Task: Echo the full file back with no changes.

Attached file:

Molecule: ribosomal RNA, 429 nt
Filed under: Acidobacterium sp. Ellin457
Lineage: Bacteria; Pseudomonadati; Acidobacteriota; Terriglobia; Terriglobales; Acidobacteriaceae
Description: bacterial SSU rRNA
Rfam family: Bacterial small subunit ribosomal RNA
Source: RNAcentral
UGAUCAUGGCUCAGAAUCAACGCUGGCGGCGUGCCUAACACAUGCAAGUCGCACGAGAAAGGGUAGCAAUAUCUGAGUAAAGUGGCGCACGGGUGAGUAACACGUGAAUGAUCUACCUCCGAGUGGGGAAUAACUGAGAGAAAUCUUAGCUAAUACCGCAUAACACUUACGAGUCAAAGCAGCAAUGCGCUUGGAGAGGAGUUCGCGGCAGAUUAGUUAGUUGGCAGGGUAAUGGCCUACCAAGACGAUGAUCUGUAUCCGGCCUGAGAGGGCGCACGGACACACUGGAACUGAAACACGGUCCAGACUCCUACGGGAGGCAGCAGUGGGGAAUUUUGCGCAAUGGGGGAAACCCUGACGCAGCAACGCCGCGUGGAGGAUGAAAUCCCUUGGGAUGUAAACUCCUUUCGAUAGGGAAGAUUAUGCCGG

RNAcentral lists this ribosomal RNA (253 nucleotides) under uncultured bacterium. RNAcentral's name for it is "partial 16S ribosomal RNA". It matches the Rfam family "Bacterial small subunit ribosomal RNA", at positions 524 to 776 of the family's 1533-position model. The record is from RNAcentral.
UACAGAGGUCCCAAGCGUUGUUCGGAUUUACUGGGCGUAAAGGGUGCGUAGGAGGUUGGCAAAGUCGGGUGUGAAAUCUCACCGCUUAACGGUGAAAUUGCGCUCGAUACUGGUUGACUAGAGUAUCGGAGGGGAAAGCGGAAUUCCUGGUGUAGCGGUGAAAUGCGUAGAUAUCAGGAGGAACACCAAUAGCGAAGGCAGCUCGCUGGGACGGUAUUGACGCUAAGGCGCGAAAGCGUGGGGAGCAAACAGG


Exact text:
Molecule: ribosomal RNA, 429 nt
Filed under: Acidobacterium sp. Ellin457
Lineage: Bacteria; Pseudomonadati; Acidobacteriota; Terriglobia; Terriglobales; Acidobacteriaceae
Description: bacterial SSU rRNA
Rfam family: Bacterial small subunit ribosomal RNA
Source: RNAcentral
UGAUCAUGGCUCAGAAUCAACGCUGGCGGCGUGCCUAACACAUGCAAGUCGCACGAGAAAGGGUAGCAAUAUCUGAGUAAAGUGGCGCACGGGUGAGUAACACGUGAAUGAUCUACCUCCGAGUGGGGAAUAACUGAGAGAAAUCUUAGCUAAUACCGCAUAACACUUACGAGUCAAAGCAGCAAUGCGCUUGGAGAGGAGUUCGCGGCAGAUUAGUUAGUUGGCAGGGUAAUGGCCUACCAAGACGAUGAUCUGUAUCCGGCCUGAGAGGGCGCACGGACACACUGGAACUGAAACACGGUCCAGACUCCUACGGGAGGCAGCAGUGGGGAAUUUUGCGCAAUGGGGGAAACCCUGACGCAGCAACGCCGCGUGGAGGAUGAAAUCCCUUGGGAUGUAAACUCCUUUCGAUAGGGAAGAUUAUGCCGG

RNAcentral lists this ribosomal RNA (253 nucleotides) under uncultured bacterium. RNAcentral's name for it is "partial 16S ribosomal RNA". It matches the Rfam family "Bacterial small subunit ribosomal RNA", at positions 524 to 776 of the family's 1533-position model. The record is from RNAcentral.
UACAGAGGUCCCAAGCGUUGUUCGGAUUUACUGGGCGUAAAGGGUGCGUAGGAGGUUGGCAAAGUCGGGUGUGAAAUCUCACCGCUUAACGGUGAAAUUGCGCUCGAUACUGGUUGACUAGAGUAUCGGAGGGGAAAGCGGAAUUCCUGGUGUAGCGGUGAAAUGCGUAGAUAUCAGGAGGAACACCAAUAGCGAAGGCAGCUCGCUGGGACGGUAUUGACGCUAAGGCGCGAAAGCGUGGGGAGCAAACAGG